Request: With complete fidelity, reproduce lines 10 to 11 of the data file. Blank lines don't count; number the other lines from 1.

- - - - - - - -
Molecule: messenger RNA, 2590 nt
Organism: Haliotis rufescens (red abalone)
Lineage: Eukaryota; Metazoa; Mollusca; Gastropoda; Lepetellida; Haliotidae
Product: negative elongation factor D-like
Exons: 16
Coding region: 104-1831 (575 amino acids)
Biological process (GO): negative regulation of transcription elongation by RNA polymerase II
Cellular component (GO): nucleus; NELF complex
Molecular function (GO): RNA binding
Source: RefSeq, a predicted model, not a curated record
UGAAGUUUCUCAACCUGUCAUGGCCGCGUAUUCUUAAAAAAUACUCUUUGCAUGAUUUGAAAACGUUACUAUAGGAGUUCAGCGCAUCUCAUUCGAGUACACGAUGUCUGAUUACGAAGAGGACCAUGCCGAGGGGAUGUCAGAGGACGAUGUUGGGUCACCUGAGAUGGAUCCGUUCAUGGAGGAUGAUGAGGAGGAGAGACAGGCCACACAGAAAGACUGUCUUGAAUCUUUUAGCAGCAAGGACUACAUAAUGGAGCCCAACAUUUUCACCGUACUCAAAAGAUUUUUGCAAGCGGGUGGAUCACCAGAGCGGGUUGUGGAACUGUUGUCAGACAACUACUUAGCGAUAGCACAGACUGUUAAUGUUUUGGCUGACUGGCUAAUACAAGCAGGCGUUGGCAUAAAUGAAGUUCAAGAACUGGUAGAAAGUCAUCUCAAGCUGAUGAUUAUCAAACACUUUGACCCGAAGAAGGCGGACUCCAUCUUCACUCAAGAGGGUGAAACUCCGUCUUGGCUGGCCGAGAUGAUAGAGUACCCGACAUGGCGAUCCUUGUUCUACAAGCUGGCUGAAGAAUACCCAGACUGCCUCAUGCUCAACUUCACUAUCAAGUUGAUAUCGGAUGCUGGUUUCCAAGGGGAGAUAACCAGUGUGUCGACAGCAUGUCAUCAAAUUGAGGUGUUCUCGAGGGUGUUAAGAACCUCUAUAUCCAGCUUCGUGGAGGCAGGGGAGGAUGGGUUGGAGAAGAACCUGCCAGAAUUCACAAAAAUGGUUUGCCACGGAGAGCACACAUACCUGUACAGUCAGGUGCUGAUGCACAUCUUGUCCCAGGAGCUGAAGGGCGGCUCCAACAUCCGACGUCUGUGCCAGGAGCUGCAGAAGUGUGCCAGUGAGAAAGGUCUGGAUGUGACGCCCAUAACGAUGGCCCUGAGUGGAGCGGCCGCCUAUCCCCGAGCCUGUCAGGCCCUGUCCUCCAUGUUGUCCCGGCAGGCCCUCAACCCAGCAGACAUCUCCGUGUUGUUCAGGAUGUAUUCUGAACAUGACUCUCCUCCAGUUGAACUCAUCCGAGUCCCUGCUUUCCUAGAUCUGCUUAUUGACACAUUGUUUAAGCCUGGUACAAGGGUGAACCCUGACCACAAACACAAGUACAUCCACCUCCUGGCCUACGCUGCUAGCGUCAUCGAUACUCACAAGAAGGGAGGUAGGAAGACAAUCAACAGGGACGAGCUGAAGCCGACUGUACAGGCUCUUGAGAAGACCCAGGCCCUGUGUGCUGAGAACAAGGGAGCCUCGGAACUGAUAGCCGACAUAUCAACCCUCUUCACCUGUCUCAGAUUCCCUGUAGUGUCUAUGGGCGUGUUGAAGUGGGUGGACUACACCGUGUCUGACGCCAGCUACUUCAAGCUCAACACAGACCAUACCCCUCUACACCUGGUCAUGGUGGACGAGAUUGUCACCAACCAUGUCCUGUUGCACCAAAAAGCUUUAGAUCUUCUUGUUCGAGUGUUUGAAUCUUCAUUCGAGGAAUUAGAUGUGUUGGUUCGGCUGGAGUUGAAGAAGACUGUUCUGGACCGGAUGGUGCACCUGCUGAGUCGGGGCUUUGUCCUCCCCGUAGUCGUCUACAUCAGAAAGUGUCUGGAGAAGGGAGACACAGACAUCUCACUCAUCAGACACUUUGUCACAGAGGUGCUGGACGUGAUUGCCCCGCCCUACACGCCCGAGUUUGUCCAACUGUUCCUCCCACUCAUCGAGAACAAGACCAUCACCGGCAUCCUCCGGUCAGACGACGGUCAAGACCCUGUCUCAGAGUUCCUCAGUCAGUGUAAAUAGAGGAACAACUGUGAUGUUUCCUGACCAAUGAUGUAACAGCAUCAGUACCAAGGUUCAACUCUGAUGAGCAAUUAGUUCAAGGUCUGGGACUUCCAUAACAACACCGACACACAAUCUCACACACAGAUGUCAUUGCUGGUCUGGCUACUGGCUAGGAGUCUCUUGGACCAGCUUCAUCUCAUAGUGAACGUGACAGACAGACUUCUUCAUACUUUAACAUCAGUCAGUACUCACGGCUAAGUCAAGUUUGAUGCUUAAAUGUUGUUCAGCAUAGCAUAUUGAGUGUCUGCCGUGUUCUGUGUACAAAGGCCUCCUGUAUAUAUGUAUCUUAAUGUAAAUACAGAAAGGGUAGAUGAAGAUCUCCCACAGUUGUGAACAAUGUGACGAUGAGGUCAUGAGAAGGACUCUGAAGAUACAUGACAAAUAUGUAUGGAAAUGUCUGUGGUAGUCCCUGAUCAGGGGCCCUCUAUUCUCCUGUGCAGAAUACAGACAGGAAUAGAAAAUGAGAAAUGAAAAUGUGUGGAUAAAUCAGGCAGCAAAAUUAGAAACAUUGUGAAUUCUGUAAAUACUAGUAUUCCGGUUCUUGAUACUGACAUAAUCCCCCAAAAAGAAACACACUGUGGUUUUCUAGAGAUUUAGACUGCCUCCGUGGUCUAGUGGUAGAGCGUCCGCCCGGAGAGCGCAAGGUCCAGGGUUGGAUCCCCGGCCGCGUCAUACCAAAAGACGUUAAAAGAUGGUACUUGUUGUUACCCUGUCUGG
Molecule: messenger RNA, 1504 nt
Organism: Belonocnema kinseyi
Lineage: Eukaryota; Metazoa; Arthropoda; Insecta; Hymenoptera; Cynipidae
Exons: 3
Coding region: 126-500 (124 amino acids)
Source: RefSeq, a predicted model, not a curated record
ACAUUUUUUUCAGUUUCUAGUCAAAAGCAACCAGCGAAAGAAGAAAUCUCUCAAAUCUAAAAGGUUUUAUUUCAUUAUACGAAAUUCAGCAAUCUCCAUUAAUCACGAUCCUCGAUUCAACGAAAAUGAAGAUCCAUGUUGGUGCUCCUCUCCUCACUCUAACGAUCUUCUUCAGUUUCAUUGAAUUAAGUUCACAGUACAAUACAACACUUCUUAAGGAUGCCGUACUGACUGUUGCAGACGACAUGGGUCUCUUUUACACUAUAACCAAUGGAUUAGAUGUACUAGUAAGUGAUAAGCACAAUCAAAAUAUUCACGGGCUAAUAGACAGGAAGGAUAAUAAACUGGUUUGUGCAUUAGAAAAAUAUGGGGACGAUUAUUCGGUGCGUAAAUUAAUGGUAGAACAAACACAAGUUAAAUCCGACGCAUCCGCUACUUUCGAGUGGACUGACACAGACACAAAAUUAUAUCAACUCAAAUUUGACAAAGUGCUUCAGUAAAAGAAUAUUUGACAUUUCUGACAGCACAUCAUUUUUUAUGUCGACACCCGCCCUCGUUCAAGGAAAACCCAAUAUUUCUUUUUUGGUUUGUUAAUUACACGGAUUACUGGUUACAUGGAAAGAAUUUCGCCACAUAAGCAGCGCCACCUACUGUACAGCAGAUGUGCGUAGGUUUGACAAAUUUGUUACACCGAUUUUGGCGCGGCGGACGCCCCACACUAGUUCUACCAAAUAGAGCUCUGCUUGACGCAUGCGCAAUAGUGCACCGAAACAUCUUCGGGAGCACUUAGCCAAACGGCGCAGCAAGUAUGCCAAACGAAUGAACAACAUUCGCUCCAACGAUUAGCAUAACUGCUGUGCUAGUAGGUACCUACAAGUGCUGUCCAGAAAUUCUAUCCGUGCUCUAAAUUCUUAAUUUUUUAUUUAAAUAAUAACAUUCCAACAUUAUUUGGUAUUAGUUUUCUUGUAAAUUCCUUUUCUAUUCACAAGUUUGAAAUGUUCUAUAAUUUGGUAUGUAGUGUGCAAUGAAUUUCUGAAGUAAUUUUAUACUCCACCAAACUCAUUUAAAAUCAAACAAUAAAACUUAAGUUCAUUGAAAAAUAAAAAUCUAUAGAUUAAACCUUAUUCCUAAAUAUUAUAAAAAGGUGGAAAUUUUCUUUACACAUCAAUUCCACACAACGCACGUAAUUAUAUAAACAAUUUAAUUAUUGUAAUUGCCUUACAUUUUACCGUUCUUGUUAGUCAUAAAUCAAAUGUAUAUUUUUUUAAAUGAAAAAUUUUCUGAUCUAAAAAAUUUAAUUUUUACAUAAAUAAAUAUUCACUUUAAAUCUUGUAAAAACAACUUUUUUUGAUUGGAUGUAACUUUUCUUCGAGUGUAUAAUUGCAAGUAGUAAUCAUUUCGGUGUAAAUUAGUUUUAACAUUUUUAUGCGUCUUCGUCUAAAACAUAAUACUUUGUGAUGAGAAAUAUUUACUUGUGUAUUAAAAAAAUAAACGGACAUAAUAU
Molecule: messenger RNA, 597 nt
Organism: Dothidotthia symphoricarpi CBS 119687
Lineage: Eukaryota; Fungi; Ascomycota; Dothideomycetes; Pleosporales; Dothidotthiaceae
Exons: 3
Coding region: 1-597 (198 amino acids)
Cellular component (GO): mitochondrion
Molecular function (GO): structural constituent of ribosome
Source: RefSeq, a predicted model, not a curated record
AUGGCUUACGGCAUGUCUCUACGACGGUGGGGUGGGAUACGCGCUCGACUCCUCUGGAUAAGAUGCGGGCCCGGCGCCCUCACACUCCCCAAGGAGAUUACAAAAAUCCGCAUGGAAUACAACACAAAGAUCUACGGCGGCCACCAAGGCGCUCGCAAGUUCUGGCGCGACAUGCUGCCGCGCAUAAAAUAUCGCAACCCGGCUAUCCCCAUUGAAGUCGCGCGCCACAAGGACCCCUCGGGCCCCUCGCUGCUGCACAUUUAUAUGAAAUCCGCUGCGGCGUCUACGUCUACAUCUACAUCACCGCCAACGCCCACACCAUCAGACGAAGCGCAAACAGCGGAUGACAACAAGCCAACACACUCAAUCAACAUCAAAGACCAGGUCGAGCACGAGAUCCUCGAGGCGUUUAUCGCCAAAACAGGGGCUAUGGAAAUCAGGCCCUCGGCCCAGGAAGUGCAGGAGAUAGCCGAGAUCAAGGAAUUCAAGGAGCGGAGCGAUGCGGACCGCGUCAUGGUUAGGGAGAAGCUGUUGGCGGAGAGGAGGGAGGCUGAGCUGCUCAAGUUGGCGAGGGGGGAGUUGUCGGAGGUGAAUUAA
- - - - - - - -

Source: RefSeq, a predicted model, not a curated record
UGAAGUUUCUCAACCUGUCAUGGCCGCGUAUUCUUAAAAAAUACUCUUUGCAUGAUUUGAAAACGUUACUAUAGGAGUUCAGCGCAUCUCAUUCGAGUACACGAUGUCUGAUUACGAAGAGGACCAUGCCGAGGGGAUGUCAGAGGACGAUGUUGGGUCACCUGAGAUGGAUCCGUUCAUGGAGGAUGAUGAGGAGGAGAGACAGGCCACACAGAAAGACUGUCUUGAAUCUUUUAGCAGCAAGGACUACAUAAUGGAGCCCAACAUUUUCACCGUACUCAAAAGAUUUUUGCAAGCGGGUGGAUCACCAGAGCGGGUUGUGGAACUGUUGUCAGACAACUACUUAGCGAUAGCACAGACUGUUAAUGUUUUGGCUGACUGGCUAAUACAAGCAGGCGUUGGCAUAAAUGAAGUUCAAGAACUGGUAGAAAGUCAUCUCAAGCUGAUGAUUAUCAAACACUUUGACCCGAAGAAGGCGGACUCCAUCUUCACUCAAGAGGGUGAAACUCCGUCUUGGCUGGCCGAGAUGAUAGAGUACCCGACAUGGCGAUCCUUGUUCUACAAGCUGGCUGAAGAAUACCCAGACUGCCUCAUGCUCAACUUCACUAUCAAGUUGAUAUCGGAUGCUGGUUUCCAAGGGGAGAUAACCAGUGUGUCGACAGCAUGUCAUCAAAUUGAGGUGUUCUCGAGGGUGUUAAGAACCUCUAUAUCCAGCUUCGUGGAGGCAGGGGAGGAUGGGUUGGAGAAGAACCUGCCAGAAUUCACAAAAAUGGUUUGCCACGGAGAGCACACAUACCUGUACAGUCAGGUGCUGAUGCACAUCUUGUCCCAGGAGCUGAAGGGCGGCUCCAACAUCCGACGUCUGUGCCAGGAGCUGCAGAAGUGUGCCAGUGAGAAAGGUCUGGAUGUGACGCCCAUAACGAUGGCCCUGAGUGGAGCGGCCGCCUAUCCCCGAGCCUGUCAGGCCCUGUCCUCCAUGUUGUCCCGGCAGGCCCUCAACCCAGCAGACAUCUCCGUGUUGUUCAGGAUGUAUUCUGAACAUGACUCUCCUCCAGUUGAACUCAUCCGAGUCCCUGCUUUCCUAGAUCUGCUUAUUGACACAUUGUUUAAGCCUGGUACAAGGGUGAACCCUGACCACAAACACAAGUACAUCCACCUCCUGGCCUACGCUGCUAGCGUCAUCGAUACUCACAAGAAGGGAGGUAGGAAGACAAUCAACAGGGACGAGCUGAAGCCGACUGUACAGGCUCUUGAGAAGACCCAGGCCCUGUGUGCUGAGAACAAGGGAGCCUCGGAACUGAUAGCCGACAUAUCAACCCUCUUCACCUGUCUCAGAUUCCCUGUAGUGUCUAUGGGCGUGUUGAAGUGGGUGGACUACACCGUGUCUGACGCCAGCUACUUCAAGCUCAACACAGACCAUACCCCUCUACACCUGGUCAUGGUGGACGAGAUUGUCACCAACCAUGUCCUGUUGCACCAAAAAGCUUUAGAUCUUCUUGUUCGAGUGUUUGAAUCUUCAUUCGAGGAAUUAGAUGUGUUGGUUCGGCUGGAGUUGAAGAAGACUGUUCUGGACCGGAUGGUGCACCUGCUGAGUCGGGGCUUUGUCCUCCCCGUAGUCGUCUACAUCAGAAAGUGUCUGGAGAAGGGAGACACAGACAUCUCACUCAUCAGACACUUUGUCACAGAGGUGCUGGACGUGAUUGCCCCGCCCUACACGCCCGAGUUUGUCCAACUGUUCCUCCCACUCAUCGAGAACAAGACCAUCACCGGCAUCCUCCGGUCAGACGACGGUCAAGACCCUGUCUCAGAGUUCCUCAGUCAGUGUAAAUAGAGGAACAACUGUGAUGUUUCCUGACCAAUGAUGUAACAGCAUCAGUACCAAGGUUCAACUCUGAUGAGCAAUUAGUUCAAGGUCUGGGACUUCCAUAACAACACCGACACACAAUCUCACACACAGAUGUCAUUGCUGGUCUGGCUACUGGCUAGGAGUCUCUUGGACCAGCUUCAUCUCAUAGUGAACGUGACAGACAGACUUCUUCAUACUUUAACAUCAGUCAGUACUCACGGCUAAGUCAAGUUUGAUGCUUAAAUGUUGUUCAGCAUAGCAUAUUGAGUGUCUGCCGUGUUCUGUGUACAAAGGCCUCCUGUAUAUAUGUAUCUUAAUGUAAAUACAGAAAGGGUAGAUGAAGAUCUCCCACAGUUGUGAACAAUGUGACGAUGAGGUCAUGAGAAGGACUCUGAAGAUACAUGACAAAUAUGUAUGGAAAUGUCUGUGGUAGUCCCUGAUCAGGGGCCCUCUAUUCUCCUGUGCAGAAUACAGACAGGAAUAGAAAAUGAGAAAUGAAAAUGUGUGGAUAAAUCAGGCAGCAAAAUUAGAAACAUUGUGAAUUCUGUAAAUACUAGUAUUCCGGUUCUUGAUACUGACAUAAUCCCCCAAAAAGAAACACACUGUGGUUUUCUAGAGAUUUAGACUGCCUCCGUGGUCUAGUGGUAGAGCGUCCGCCCGGAGAGCGCAAGGUCCAGGGUUGGAUCCCCGGCCGCGUCAUACCAAAAGACGUUAAAAGAUGGUACUUGUUGUUACCCUGUCUGG